"The world's troubles have reached our shores," the federal finance minister said following a meeting with private sector economists in Ottawa, his last stage of gathering information before releasing the federal budget on April 21.
Oliver acknowledged that Canada is affected by low oil prices. Nonetheless, he insisted the economy remains sound.
Finance ministers routinely rely on private-sector economists' forecasts to make baseline assumptions about the direction of the Canadian economy as an indicator of expected revenues and expenditures for some programs.
This time, those economists predict that after a slowdown in the first quarter of this year, the economy will pick up steam and grow by two per cent overall in 2015.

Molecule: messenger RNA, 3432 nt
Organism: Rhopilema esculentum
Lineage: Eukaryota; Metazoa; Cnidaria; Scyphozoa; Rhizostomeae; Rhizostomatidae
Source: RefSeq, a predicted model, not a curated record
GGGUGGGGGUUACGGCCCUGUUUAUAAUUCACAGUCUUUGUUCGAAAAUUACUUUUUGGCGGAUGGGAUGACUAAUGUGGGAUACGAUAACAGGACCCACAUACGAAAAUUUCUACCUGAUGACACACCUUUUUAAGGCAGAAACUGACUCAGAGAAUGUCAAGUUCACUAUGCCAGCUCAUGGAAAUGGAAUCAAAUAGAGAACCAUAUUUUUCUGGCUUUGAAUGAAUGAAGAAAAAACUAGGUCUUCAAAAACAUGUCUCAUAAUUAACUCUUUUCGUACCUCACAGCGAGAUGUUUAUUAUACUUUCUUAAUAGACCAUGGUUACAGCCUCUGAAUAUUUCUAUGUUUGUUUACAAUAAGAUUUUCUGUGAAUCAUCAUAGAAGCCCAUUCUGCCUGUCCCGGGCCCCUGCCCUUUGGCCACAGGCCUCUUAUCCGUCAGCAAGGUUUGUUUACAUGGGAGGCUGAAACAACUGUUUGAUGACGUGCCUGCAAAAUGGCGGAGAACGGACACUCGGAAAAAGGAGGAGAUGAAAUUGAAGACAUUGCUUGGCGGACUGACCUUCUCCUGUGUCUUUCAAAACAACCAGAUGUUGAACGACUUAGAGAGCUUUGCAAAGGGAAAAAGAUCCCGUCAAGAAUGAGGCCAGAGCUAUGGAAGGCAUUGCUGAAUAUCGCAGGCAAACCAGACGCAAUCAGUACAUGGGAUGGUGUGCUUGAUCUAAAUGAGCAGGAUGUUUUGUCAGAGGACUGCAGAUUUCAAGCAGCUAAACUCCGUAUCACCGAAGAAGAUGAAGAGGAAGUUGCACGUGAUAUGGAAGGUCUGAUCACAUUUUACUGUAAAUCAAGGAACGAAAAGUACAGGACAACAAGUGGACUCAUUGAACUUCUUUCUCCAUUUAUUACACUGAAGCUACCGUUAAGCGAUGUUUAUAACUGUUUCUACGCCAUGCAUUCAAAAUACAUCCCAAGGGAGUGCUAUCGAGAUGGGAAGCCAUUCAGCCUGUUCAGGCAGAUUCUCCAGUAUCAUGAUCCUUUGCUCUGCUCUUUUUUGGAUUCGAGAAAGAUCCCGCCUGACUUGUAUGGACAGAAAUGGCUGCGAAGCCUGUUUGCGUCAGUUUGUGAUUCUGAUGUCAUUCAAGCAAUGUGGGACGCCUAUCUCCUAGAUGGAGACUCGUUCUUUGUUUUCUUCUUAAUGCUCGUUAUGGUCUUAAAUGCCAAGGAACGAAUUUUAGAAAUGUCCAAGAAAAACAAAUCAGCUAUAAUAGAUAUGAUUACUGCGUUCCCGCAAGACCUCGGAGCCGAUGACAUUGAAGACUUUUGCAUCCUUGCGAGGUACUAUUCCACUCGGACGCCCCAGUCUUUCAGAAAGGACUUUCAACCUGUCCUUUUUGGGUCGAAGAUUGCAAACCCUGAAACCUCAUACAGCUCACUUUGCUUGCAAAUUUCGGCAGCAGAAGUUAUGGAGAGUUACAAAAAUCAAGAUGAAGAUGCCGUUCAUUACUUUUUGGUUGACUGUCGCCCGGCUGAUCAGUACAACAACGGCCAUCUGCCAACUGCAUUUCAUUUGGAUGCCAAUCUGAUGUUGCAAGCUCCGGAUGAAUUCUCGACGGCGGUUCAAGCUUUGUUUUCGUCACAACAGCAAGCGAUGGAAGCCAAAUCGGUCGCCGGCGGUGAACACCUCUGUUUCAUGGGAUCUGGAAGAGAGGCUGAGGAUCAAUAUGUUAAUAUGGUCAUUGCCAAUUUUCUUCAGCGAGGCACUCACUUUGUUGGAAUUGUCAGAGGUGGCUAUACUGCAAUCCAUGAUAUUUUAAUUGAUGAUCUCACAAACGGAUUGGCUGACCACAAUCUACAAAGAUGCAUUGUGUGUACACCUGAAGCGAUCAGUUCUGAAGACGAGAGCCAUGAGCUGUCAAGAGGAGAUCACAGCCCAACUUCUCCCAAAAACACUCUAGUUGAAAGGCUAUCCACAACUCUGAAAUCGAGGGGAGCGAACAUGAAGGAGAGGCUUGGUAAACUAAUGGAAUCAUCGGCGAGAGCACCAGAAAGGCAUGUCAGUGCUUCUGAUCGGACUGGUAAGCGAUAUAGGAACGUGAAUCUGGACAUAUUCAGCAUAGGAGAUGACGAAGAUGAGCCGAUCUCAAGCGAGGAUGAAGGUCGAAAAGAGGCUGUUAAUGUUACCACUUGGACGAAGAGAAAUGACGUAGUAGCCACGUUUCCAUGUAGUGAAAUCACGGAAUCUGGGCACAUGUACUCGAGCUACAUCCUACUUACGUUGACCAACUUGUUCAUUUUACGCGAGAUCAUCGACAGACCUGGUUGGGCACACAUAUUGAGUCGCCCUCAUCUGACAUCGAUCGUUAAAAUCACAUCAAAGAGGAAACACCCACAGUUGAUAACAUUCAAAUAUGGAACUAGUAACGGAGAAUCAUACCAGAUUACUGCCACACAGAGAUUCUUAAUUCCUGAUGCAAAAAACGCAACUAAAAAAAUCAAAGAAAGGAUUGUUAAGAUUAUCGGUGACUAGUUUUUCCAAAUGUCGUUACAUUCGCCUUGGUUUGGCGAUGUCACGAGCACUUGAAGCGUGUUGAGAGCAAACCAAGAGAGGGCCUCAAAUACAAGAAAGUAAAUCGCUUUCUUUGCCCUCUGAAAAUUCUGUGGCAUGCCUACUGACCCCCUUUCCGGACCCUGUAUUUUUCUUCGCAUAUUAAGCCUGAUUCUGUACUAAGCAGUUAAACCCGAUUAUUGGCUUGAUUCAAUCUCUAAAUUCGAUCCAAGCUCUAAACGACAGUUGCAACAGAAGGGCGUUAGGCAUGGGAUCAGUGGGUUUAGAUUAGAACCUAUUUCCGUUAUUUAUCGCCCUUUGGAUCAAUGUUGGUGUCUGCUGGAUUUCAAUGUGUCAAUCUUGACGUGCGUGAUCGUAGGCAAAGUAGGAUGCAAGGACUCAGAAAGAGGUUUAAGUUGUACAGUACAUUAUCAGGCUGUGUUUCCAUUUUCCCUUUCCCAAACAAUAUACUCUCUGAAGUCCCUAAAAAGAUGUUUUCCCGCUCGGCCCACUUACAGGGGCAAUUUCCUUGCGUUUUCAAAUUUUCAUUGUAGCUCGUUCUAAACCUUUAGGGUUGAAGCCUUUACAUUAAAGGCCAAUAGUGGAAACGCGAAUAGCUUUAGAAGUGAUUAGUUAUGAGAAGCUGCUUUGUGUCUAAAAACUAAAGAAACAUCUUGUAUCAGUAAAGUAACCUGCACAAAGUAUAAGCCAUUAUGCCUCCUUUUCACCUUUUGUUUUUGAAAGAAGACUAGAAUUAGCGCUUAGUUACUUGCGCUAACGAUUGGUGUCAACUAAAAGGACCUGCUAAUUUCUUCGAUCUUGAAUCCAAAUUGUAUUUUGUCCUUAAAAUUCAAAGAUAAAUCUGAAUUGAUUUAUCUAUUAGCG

That is down sharply from his prediction in the fall economic update of 2.6 per cent.
However, it is believed enough room to manoeuvre is left for the Conservative government to keep a key election promise from 2011 and deliver a balanced budget this year.
In fact, Oliver already revealed last week that will be the case.
Oliver didn't say more Thursday about what his budget will offer voters in light of the federal election set for later this year. He vowed the Conservative government will "continue our laser-like focus on one overarching objective of creating jobs, growth, and long-term prosperity."
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